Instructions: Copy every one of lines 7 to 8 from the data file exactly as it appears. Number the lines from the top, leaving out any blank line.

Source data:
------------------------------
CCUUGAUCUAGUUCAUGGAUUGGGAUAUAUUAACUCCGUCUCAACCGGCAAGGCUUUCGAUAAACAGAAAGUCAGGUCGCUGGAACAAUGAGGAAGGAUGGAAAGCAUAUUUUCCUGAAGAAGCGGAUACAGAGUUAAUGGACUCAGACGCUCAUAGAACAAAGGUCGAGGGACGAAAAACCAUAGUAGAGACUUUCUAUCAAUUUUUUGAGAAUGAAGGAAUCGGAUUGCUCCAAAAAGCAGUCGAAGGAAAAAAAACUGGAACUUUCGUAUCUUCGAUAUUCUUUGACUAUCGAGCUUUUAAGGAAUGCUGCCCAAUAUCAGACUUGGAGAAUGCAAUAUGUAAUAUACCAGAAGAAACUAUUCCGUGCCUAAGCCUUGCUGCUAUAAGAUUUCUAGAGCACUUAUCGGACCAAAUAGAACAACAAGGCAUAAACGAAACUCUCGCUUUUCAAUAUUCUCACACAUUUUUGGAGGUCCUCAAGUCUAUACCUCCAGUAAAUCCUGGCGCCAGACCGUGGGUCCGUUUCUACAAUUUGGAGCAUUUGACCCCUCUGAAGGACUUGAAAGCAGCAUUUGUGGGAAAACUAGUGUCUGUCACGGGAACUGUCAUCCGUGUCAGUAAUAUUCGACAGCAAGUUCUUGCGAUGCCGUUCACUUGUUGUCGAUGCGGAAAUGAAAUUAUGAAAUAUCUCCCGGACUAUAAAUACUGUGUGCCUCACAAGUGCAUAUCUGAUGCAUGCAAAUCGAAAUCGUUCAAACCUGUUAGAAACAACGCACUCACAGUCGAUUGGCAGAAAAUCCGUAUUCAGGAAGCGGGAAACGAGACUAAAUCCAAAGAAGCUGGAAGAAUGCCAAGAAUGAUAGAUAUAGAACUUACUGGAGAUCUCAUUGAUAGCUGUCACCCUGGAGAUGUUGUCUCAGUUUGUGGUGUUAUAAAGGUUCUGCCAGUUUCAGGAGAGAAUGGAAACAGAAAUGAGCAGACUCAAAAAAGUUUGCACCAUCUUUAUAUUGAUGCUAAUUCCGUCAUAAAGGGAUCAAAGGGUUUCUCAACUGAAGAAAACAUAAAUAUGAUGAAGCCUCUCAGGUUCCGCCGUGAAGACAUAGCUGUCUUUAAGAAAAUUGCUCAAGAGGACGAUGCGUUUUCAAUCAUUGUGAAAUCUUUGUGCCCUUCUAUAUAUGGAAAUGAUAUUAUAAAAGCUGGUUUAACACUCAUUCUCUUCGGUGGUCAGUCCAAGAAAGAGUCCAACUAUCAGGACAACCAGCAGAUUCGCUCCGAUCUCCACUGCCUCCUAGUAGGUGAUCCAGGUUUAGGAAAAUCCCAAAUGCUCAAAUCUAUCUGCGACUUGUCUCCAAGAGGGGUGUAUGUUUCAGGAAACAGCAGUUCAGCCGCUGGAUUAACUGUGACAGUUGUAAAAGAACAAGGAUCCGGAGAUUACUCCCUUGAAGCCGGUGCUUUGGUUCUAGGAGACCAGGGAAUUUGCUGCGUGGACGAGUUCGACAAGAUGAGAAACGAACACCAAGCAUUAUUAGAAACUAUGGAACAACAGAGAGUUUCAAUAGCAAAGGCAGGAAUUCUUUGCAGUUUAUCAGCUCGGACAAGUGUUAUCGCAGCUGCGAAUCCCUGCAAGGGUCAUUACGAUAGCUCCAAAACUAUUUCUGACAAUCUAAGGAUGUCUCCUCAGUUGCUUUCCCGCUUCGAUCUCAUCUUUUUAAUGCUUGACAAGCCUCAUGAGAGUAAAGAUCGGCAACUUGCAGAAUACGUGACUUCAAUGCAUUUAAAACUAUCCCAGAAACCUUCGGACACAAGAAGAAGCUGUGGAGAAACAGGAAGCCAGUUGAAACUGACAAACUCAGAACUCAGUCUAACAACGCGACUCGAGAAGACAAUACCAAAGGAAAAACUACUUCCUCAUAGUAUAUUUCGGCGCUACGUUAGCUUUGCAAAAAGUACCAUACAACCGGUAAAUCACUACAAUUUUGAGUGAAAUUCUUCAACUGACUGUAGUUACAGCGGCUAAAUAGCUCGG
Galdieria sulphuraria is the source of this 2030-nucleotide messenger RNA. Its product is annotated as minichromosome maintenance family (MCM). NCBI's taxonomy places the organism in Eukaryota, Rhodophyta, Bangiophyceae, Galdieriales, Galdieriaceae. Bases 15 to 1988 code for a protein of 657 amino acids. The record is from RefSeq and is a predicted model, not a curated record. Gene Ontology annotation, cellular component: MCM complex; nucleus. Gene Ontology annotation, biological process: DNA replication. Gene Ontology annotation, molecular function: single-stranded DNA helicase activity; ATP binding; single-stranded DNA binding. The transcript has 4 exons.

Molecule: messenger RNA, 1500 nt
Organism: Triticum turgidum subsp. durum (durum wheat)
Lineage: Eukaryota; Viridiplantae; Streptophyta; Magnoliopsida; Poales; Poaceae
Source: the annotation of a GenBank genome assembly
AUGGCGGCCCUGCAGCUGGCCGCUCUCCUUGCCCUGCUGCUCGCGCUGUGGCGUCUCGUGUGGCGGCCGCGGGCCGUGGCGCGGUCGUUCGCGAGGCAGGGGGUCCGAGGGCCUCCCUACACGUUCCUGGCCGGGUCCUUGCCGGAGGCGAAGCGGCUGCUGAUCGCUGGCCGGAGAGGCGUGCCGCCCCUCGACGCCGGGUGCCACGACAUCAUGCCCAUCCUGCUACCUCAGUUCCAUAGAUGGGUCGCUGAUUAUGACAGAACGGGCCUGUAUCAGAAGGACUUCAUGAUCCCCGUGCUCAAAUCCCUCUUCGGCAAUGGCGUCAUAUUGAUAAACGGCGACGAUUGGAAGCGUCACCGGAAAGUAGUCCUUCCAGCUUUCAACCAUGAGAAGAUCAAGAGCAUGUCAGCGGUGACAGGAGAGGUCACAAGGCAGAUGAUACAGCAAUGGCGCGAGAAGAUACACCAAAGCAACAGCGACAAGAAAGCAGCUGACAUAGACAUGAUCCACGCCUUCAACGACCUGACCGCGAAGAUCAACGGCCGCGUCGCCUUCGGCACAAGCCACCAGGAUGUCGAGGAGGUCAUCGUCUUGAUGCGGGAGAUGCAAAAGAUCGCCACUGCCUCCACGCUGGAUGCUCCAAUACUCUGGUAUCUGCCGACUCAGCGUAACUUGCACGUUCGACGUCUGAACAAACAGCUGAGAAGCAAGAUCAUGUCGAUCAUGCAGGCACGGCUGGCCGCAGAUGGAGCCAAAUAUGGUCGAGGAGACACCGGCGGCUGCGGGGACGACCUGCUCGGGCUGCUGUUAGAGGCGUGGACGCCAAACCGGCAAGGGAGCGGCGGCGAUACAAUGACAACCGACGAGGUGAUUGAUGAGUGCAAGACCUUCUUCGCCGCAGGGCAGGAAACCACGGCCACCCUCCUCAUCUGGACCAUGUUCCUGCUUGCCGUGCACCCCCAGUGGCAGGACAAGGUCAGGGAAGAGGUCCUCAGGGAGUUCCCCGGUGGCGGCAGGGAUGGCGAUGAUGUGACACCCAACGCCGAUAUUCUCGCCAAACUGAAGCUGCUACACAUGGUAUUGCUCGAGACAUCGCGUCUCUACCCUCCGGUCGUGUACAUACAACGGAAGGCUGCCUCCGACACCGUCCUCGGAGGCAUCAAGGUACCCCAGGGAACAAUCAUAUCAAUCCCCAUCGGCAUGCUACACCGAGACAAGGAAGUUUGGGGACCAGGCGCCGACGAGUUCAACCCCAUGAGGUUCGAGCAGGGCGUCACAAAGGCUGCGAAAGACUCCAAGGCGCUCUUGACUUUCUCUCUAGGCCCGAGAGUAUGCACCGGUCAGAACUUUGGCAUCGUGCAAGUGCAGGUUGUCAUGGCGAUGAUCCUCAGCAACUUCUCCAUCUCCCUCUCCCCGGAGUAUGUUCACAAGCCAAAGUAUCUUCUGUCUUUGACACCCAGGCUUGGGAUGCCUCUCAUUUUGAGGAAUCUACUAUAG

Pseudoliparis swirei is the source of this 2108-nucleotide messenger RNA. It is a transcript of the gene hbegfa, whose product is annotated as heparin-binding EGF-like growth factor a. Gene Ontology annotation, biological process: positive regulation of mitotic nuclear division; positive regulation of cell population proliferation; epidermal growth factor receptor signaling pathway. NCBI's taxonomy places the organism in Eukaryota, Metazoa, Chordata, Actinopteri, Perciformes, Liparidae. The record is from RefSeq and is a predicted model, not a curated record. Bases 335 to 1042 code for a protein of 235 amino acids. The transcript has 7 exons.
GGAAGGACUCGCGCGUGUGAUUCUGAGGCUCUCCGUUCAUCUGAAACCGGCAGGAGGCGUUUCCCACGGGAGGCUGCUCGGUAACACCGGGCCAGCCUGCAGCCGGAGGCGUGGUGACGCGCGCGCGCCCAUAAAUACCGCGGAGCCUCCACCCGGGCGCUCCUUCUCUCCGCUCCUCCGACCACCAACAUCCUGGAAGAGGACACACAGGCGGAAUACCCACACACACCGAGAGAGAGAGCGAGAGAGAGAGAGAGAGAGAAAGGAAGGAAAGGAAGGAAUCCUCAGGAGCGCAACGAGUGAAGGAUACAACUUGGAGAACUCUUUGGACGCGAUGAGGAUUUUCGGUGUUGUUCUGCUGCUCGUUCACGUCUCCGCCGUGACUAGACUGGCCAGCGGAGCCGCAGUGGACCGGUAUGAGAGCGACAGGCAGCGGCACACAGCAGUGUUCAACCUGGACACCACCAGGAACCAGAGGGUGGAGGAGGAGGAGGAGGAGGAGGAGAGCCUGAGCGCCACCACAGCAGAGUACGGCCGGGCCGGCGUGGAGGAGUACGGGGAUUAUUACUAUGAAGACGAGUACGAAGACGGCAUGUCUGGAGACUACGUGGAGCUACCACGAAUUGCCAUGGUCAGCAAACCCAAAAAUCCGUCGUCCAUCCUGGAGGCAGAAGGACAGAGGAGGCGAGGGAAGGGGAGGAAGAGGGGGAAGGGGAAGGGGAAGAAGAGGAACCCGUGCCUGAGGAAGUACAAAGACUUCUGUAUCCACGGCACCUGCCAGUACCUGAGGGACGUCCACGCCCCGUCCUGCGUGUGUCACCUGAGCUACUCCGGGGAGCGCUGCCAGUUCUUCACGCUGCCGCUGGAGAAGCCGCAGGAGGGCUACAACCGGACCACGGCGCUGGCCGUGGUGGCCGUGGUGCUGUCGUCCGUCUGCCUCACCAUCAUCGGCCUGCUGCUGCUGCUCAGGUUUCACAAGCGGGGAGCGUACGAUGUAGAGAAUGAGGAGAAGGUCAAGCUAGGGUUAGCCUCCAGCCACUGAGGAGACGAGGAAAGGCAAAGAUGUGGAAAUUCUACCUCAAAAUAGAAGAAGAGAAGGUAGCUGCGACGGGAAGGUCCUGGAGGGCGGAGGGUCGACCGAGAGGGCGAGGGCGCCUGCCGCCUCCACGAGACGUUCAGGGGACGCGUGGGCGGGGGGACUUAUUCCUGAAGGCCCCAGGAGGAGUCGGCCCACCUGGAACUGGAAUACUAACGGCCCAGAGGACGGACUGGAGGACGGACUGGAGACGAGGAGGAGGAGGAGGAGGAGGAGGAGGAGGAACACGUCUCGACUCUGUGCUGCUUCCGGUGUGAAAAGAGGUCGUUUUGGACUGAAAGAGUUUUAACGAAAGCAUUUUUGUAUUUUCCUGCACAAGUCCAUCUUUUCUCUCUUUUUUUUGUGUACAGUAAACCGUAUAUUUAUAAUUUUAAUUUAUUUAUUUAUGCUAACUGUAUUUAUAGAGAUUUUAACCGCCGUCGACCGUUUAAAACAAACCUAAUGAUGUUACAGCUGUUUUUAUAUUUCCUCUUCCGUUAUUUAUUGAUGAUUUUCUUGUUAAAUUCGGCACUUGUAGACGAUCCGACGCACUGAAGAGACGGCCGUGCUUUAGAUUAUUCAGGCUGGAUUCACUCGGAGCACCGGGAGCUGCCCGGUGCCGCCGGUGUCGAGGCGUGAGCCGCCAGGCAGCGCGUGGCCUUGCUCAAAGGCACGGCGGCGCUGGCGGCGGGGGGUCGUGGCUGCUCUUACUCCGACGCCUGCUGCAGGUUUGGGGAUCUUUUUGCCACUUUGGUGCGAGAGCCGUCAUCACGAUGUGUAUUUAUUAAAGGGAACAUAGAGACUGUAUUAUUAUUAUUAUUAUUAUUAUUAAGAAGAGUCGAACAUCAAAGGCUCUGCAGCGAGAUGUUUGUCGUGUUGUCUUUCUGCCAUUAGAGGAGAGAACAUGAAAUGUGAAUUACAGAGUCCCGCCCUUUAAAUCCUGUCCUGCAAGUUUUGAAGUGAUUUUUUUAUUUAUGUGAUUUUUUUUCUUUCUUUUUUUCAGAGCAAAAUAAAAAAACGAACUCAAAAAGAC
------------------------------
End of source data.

AUGGCGGCCCUGCAGCUGGCCGCUCUCCUUGCCCUGCUGCUCGCGCUGUGGCGUCUCGUGUGGCGGCCGCGGGCCGUGGCGCGGUCGUUCGCGAGGCAGGGGGUCCGAGGGCCUCCCUACACGUUCCUGGCCGGGUCCUUGCCGGAGGCGAAGCGGCUGCUGAUCGCUGGCCGGAGAGGCGUGCCGCCCCUCGACGCCGGGUGCCACGACAUCAUGCCCAUCCUGCUACCUCAGUUCCAUAGAUGGGUCGCUGAUUAUGACAGAACGGGCCUGUAUCAGAAGGACUUCAUGAUCCCCGUGCUCAAAUCCCUCUUCGGCAAUGGCGUCAUAUUGAUAAACGGCGACGAUUGGAAGCGUCACCGGAAAGUAGUCCUUCCAGCUUUCAACCAUGAGAAGAUCAAGAGCAUGUCAGCGGUGACAGGAGAGGUCACAAGGCAGAUGAUACAGCAAUGGCGCGAGAAGAUACACCAAAGCAACAGCGACAAGAAAGCAGCUGACAUAGACAUGAUCCACGCCUUCAACGACCUGACCGCGAAGAUCAACGGCCGCGUCGCCUUCGGCACAAGCCACCAGGAUGUCGAGGAGGUCAUCGUCUUGAUGCGGGAGAUGCAAAAGAUCGCCACUGCCUCCACGCUGGAUGCUCCAAUACUCUGGUAUCUGCCGACUCAGCGUAACUUGCACGUUCGACGUCUGAACAAACAGCUGAGAAGCAAGAUCAUGUCGAUCAUGCAGGCACGGCUGGCCGCAGAUGGAGCCAAAUAUGGUCGAGGAGACACCGGCGGCUGCGGGGACGACCUGCUCGGGCUGCUGUUAGAGGCGUGGACGCCAAACCGGCAAGGGAGCGGCGGCGAUACAAUGACAACCGACGAGGUGAUUGAUGAGUGCAAGACCUUCUUCGCCGCAGGGCAGGAAACCACGGCCACCCUCCUCAUCUGGACCAUGUUCCUGCUUGCCGUGCACCCCCAGUGGCAGGACAAGGUCAGGGAAGAGGUCCUCAGGGAGUUCCCCGGUGGCGGCAGGGAUGGCGAUGAUGUGACACCCAACGCCGAUAUUCUCGCCAAACUGAAGCUGCUACACAUGGUAUUGCUCGAGACAUCGCGUCUCUACCCUCCGGUCGUGUACAUACAACGGAAGGCUGCCUCCGACACCGUCCUCGGAGGCAUCAAGGUACCCCAGGGAACAAUCAUAUCAAUCCCCAUCGGCAUGCUACACCGAGACAAGGAAGUUUGGGGACCAGGCGCCGACGAGUUCAACCCCAUGAGGUUCGAGCAGGGCGUCACAAAGGCUGCGAAAGACUCCAAGGCGCUCUUGACUUUCUCUCUAGGCCCGAGAGUAUGCACCGGUCAGAACUUUGGCAUCGUGCAAGUGCAGGUUGUCAUGGCGAUGAUCCUCAGCAACUUCUCCAUCUCCCUCUCCCCGGAGUAUGUUCACAAGCCAAAGUAUCUUCUGUCUUUGACACCCAGGCUUGGGAUGCCUCUCAUUUUGAGGAAUCUACUAUAG

Pseudoliparis swirei is the source of this 2108-nucleotide messenger RNA. It is a transcript of the gene hbegfa, whose product is annotated as heparin-binding EGF-like growth factor a. Gene Ontology annotation, biological process: positive regulation of mitotic nuclear division; positive regulation of cell population proliferation; epidermal growth factor receptor signaling pathway. NCBI's taxonomy places the organism in Eukaryota, Metazoa, Chordata, Actinopteri, Perciformes, Liparidae. The record is from RefSeq and is a predicted model, not a curated record. Bases 335 to 1042 code for a protein of 235 amino acids. The transcript has 7 exons.